Articles

NJMTA Feb 2012 Bulletin: PA/CT Log Violations Before Restart

Pennsylvania/Connecticut Log Violations Before Restart

By Gary N. Stewart & David R. Chludzinski


Frequently, plaintiffs bring liability claims directly against a trucking company for the negligent hiring, supervision, monitoring, instructing and entrusting of the driver of the involved tractor-trailer.  More often than not, these claims go beyond the boilerplate negligent operation of the truck and are attempts to prove or bolster a claim for punitive damages.  Furthermore, plaintiffs use these allegations to justify a request for a “laundry list” of company records including, but not limited to, driver’s logs, “supporting documentation” which consists of positioning data, ECM information, toll receipts, fuel receipts, and other materials in an attempt to create discrepancies between the driver’s record-keeping and these documents.  Many times, this request is unduly burdensome and can result in significant expenditure for the company in order to comply.

Recently, it seems that judges are becoming more liberal in requiring the production of records.  Some rely on the “principle” that each party should “empty their filing cabinet and provide anything and everything that it possesses relating in any way to the accident.”  Some jurists actually refer to the very broad standard set forth in the Federal Rules of Civil Procedure which provides that parties may obtain discovery regarding any non-privileged matter that is relevant to any parties’ claim or defense and relevant information need not be admissible at the trial if the discovery appears reasonably calculated to lead to the discovery of admissible evidence. Fed.R.Civ.P. 26(b)(1).   In most cases, the company is required to provide the information during discovery, but it is important to remember that because it may be discoverable does not mean it is admissible evidence at trial. 

We routinely file Motions In Limine based on a lack of relevancy to challenge the admissibility of documents and information pertaining to events that occurred before the driver took a 34 hour off duty period.

The Federal Motor Carrier Safety Regulations (FMCSR) regulate the number of hours a commercial driver can drive and be on duty.  Specifically, they preclude a driver from driving 11 cumulative hours following 10 consecutive hours off duty (11 hour rule) or having been on duty 60/70 hours in any 7/8 consecutive days, depending on whether the motor carrier operates seven days a week. (49 CFR §395.3).

However, §395.3 (c)(1 and 2) provide that any period of 7 or 8 consecutive days may end with the beginning of an off duty period of 34 or more consecutive hours.  It has been routinely interpreted by DOT experts that this 34 hour off duty period operates as a “restart” for accumulated hours of service and those time periods before the restart of on duty time are then deemed irrelevant for  purposes of hours of service compliance.   In other words, when the driver is off duty for 34 or more consecutive hours, the “clock” resets to zero and any time utilized before this period does not count.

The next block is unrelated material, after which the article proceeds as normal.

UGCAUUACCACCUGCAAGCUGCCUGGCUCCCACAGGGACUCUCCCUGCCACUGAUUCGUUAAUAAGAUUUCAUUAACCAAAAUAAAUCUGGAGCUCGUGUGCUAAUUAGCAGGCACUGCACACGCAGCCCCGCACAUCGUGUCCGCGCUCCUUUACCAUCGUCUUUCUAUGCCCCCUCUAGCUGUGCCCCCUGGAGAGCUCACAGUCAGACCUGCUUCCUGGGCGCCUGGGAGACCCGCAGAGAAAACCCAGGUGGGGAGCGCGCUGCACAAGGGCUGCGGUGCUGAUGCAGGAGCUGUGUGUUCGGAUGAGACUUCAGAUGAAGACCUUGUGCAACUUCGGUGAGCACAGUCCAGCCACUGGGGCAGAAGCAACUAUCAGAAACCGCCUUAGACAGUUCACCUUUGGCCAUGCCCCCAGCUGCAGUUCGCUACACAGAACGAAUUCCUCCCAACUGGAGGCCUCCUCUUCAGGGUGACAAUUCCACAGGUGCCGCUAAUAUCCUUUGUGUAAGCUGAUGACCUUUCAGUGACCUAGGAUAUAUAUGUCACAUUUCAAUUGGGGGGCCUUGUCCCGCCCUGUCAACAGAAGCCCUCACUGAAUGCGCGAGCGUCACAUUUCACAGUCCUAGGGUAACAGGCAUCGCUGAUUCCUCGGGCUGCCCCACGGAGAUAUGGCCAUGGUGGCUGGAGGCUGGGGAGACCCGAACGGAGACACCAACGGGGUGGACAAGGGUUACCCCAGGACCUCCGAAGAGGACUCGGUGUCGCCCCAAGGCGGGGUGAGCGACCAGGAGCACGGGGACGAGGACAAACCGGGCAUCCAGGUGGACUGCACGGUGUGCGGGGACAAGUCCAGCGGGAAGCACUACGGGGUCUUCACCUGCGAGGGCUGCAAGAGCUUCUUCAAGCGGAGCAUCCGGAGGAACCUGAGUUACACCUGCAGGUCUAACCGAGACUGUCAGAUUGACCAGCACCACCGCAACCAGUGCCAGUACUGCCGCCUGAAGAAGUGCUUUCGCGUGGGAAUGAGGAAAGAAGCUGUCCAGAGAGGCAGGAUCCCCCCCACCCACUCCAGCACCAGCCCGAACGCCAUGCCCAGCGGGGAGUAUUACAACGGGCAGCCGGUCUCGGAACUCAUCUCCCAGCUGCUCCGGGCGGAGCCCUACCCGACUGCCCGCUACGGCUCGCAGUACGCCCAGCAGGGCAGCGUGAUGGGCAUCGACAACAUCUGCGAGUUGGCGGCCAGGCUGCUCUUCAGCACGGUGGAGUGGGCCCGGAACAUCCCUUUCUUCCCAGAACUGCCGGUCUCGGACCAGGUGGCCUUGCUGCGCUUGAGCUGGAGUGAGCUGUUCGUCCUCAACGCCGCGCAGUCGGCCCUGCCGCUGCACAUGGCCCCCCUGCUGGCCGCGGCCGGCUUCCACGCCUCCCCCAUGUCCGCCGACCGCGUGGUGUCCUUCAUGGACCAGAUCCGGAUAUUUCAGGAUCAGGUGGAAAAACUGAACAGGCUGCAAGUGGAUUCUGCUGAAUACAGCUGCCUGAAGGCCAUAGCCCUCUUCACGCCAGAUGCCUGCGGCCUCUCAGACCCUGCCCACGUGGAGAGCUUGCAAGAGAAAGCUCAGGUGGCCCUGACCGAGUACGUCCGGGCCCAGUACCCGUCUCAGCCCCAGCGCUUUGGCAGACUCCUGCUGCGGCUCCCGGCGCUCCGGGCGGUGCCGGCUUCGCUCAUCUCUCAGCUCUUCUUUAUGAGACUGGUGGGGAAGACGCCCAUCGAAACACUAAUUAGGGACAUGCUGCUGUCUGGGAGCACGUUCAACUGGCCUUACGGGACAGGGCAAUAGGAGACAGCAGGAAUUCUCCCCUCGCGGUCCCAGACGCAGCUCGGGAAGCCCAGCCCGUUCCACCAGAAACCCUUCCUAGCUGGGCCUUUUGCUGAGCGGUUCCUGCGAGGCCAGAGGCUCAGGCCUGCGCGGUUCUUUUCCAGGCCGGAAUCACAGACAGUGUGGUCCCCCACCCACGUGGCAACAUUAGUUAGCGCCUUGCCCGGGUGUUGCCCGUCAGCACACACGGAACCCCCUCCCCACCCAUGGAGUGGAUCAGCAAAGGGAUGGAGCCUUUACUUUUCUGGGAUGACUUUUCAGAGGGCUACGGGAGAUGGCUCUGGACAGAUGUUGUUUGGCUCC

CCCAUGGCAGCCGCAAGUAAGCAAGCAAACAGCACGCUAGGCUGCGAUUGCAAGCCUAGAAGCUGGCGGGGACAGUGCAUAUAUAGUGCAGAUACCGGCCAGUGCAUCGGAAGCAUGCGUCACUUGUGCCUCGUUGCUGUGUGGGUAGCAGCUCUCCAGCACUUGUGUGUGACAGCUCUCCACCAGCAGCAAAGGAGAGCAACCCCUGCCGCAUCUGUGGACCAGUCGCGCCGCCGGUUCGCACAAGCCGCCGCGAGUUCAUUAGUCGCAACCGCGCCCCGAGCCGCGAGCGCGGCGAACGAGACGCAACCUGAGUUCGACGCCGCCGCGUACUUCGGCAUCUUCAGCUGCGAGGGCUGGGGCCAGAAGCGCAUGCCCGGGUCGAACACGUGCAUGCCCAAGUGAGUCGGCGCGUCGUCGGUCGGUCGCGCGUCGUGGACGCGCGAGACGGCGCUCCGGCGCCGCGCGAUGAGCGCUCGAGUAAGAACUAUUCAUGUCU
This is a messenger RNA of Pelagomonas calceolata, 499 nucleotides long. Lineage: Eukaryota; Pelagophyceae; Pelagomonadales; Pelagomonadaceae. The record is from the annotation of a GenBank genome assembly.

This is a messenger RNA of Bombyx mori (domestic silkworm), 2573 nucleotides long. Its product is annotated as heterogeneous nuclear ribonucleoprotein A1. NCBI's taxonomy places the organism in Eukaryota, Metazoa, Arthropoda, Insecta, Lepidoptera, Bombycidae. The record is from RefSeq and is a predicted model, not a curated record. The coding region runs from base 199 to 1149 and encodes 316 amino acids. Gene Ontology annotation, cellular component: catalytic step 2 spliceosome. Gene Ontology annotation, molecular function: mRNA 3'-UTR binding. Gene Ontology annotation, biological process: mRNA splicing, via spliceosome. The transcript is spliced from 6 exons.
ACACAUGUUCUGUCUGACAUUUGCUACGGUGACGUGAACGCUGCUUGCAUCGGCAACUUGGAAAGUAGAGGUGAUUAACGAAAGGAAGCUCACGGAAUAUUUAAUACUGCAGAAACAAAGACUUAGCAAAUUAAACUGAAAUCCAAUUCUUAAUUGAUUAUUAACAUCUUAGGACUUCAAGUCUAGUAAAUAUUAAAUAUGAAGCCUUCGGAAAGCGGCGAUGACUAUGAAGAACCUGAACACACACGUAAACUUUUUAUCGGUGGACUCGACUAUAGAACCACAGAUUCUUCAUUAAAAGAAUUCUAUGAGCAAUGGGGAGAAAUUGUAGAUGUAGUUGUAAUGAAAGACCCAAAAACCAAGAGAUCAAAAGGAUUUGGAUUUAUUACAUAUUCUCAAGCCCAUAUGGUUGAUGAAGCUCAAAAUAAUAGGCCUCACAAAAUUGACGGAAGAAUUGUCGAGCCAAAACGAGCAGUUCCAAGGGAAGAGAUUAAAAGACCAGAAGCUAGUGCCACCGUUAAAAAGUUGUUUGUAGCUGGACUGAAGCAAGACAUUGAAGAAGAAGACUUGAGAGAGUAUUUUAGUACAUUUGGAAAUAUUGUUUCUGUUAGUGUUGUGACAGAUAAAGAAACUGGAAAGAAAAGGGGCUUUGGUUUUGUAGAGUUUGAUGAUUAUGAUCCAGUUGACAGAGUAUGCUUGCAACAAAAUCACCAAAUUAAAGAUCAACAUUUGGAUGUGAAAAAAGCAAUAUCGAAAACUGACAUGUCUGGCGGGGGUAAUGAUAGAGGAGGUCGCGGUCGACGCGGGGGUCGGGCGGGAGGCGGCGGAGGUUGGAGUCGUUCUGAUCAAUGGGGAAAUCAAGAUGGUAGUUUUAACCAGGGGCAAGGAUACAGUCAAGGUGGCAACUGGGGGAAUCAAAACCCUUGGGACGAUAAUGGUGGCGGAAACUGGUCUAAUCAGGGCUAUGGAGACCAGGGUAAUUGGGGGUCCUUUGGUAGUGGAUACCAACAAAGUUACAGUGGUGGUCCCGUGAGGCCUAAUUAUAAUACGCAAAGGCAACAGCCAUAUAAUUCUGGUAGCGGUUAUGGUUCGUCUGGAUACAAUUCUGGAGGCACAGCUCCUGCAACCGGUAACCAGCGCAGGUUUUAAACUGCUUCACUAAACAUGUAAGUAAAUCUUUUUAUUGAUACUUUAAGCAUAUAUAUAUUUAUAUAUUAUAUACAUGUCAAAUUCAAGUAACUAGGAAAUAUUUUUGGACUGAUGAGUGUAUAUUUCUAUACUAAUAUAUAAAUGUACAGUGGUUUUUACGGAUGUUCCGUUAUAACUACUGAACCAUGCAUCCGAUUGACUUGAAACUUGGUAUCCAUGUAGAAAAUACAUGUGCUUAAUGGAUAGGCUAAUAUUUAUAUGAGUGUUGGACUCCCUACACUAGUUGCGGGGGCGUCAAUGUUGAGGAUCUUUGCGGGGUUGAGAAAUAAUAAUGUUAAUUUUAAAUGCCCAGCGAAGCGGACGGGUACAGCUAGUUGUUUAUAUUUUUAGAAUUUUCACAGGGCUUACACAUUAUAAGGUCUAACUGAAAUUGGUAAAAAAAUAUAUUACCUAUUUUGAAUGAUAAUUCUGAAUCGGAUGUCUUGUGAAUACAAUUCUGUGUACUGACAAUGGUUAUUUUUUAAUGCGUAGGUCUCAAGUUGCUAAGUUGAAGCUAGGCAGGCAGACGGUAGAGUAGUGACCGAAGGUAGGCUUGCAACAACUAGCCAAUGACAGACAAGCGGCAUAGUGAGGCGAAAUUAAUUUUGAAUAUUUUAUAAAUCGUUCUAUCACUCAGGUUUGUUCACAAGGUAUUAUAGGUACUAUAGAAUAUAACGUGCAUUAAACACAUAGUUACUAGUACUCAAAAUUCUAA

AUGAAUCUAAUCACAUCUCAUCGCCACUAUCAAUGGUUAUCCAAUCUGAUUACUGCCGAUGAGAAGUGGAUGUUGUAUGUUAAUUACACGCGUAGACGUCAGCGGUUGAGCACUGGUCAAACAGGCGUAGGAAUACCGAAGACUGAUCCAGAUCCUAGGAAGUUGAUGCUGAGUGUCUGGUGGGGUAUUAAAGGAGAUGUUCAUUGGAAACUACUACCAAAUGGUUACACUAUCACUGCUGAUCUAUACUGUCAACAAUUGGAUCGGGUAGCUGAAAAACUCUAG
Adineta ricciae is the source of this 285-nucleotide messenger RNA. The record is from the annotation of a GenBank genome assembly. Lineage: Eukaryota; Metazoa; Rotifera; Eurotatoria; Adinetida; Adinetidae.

Recently, U.S. District Senior Judge A. Richard Caputo of the U.S. District Court for the Middle District of Pennsylvania in Wilkes Barre ruled that when the evidence is uncontradicted that the driver did in fact have a 34 hour or longer period of off duty time, “any suggested violation of the 70/8 rule prior to this time period is irrelevant given the 34 hour break….”  Further, Judge Caputo determined that any theory alleging that the company should not have permitted the driver to operate “over hours” could only be supported with documentation pertaining to event that occurred after the 34 hour break.  Anything before that break would not be admissible.

Thereafter, Connecticut Superior Court Judge Julia L. Aurigemma agreed that any and all evidence, records or documents with respect to a truck driver’s driving and record of duty status in the time period prior to the driver’s 34 hour restart was not admissible at trial.

Many times, the focus of the plaintiff’s case is not the facts and circumstances involving the actual accident, especially when this is not favorable to their position, but it is rather a search for “violations” of the FMCSR or a company policy to show that the driver was “bad” or that the company was not adequately monitoring the driver’s activities.  Plaintiffs’ attorneys routinely attempt to utilize the FMCSR as a sword against the trucking industry with the assistance of opinions from experts that could be viewed as stretching the intent and meaning of the regulations.  Most of these allegations are an attempt to show that the driver is being untruthful and he or she must have been fatigued due to hours of service violations.

Gary N. Stewart concentrates his practice in the area of commercial motor vehicle defense and he has defended cases in Pennsylvania, New Jersey, Connecticut, Rhode Island, Massachusetts and Vermont.

David R. Chludzinski is an associate in Rawle & Henderson’s Harrisburg office. He concentrates his practice on the defense of commercial motor vehicles and their insurers.

Rawle & Henderson (www.rawle.com) is a member of NJMTA.

  NJMTA_February_Bulletin_2012.pdf